Every day around the world, over 200 million hours are spent each day fetching water, often from water sources miles from home, and this task usually falls to women and girls. By freeing up valuable time, the WaterWheel allows women to spend time on income-generating activities that can help pull her family out of poverty. The time savings also means that there is a greater likelihood that girls will be allowed to stay in school, further reducing the rate of intergenerational poverty. 

After receiving a $100,000 Grand Challenges Canada prize to develop the WaterWheel, Koenig founded a social enterprise company, Wello. The company is in an early stage of development and has been piloting the WaterWheel in rural communities in India. Koenig also plans on continuing to make the WaterWheel itself more useful by adding in filtration, drip irrigation kits, even a cell phone charger that uses the rotation of the wheel to charge the battery of the cell phone and give people more access to essentials like communication and education. 

To learn more about this invention and its potential to transform the lives of many girls and women around the world, check out Koenig’s TED talk and you can read a recent article in The Guardian about her venture. To learn more about how to support her work, visit Wello’s website.”

For a wonderful book about more female innovators and inventors throughout history, check out “Girls Think of Everything: Stories of Ingenious Inventions by Women” for readers 8 to 13.

To help children and teens better understand the challenges many children around the world face in order to go to school, check out the blog post, “Honoring Malala: Mighty Girl Books on Children’s Fight for Education,” showcasing our top books for young readers on children’s educational access issues.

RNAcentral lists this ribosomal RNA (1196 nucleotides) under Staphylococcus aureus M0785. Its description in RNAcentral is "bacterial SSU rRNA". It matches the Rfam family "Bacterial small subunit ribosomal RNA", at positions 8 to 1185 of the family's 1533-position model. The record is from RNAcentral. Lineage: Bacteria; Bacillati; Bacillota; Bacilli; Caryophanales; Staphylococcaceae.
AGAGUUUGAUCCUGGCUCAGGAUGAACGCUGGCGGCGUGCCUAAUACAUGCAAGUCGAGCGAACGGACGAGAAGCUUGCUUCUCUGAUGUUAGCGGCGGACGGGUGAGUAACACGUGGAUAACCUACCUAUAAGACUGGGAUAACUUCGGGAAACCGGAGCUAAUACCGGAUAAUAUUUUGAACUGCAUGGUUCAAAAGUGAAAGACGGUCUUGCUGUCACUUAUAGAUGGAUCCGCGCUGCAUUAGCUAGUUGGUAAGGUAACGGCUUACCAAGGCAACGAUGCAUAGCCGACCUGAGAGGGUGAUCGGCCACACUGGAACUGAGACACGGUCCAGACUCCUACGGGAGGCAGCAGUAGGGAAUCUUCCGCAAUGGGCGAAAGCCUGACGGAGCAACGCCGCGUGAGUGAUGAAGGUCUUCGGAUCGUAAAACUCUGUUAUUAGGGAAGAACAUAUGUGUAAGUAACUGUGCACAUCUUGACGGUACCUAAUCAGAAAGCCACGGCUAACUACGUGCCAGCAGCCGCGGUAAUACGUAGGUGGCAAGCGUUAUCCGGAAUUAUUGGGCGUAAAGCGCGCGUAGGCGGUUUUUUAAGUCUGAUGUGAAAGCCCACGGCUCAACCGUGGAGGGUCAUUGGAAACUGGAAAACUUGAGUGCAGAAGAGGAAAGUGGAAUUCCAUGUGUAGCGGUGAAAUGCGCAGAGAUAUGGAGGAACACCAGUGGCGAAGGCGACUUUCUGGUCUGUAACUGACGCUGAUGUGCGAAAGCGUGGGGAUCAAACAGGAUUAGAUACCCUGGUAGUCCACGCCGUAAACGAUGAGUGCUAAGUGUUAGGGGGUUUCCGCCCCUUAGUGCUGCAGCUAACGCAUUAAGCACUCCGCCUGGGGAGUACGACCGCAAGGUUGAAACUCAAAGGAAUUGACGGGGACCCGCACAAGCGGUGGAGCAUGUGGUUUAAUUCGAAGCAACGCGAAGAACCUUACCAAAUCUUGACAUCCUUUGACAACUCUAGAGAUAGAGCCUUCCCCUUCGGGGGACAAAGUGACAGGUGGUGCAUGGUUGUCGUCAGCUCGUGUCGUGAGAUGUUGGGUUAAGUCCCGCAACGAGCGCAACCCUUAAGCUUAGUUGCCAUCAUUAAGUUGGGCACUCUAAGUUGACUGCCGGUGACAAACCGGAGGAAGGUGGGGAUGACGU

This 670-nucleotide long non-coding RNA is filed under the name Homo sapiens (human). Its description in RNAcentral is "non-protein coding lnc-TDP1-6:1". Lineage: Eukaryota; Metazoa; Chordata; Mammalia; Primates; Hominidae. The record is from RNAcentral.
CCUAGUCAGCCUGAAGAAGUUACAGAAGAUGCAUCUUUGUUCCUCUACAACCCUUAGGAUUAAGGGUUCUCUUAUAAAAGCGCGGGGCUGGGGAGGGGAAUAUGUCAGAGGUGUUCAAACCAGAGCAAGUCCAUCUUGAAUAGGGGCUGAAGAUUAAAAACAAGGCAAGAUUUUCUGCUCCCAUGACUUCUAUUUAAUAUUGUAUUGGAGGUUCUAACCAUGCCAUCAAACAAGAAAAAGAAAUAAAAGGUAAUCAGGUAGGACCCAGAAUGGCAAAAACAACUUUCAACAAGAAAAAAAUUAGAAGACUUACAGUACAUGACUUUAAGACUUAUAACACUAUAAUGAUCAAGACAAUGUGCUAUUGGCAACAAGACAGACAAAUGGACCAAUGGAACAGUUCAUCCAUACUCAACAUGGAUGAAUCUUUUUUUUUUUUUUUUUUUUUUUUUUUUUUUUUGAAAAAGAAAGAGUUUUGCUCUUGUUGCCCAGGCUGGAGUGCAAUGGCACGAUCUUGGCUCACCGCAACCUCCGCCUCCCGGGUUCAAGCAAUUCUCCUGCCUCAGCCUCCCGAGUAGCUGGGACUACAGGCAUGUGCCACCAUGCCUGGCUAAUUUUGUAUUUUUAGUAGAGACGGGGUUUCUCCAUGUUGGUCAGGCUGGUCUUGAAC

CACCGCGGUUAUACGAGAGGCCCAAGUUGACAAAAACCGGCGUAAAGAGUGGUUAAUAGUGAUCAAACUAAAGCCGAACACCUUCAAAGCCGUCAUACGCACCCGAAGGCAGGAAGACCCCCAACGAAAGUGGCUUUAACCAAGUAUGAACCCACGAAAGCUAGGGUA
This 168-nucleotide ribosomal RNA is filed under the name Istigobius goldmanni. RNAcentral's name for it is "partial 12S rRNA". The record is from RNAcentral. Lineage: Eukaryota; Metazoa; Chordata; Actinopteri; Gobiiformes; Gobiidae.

A Mighty Girl also has a section highlighting stories that feature poverty and hardship as a significant theme. Such stories provide opportunities for parents to discuss these topics with their children while also helping to foster children’s empathy for people living in difficult circumstances. Learn more here.”

In tales of badass women today…

just donated. if you have any available cash, consider doing the same.

(via littlelady1121)


bestrooftalkever:

party-wok:

julierthanyou:

clambistro:

Ahh, it’s back

i have disproportionately strong feelings about this.

every time i say “nah i’m not gonna watch it again.” BUT I STILL DO EVERY TIME.

YEAUGH

(via littleblackkittycat)



lunabriluna:

umistakeme-forstraight:

Don’t shame the girls who sent pictures of themselves half-naked to their significant others as a way to express eroticism which is healthy and natural… give the people hell who think it’s okay to destroy someone’s trust and distribute those images simply for entertainment purposes. 

Say it again. I don’t think they got it the first time. Too much truth.

(via littlelady1121)


sirmitchell:

No wait, this one is the best gif. 

sirmitchell:

No wait, this one is the best gif. 

(via sleighkay)


Teachers are often unaware of the gender distribution of talk in their classrooms. They usually consider that they give equal amounts of attention to girls and boys, and it is only when they make a tape recording that they realize that boys are dominating the interactions.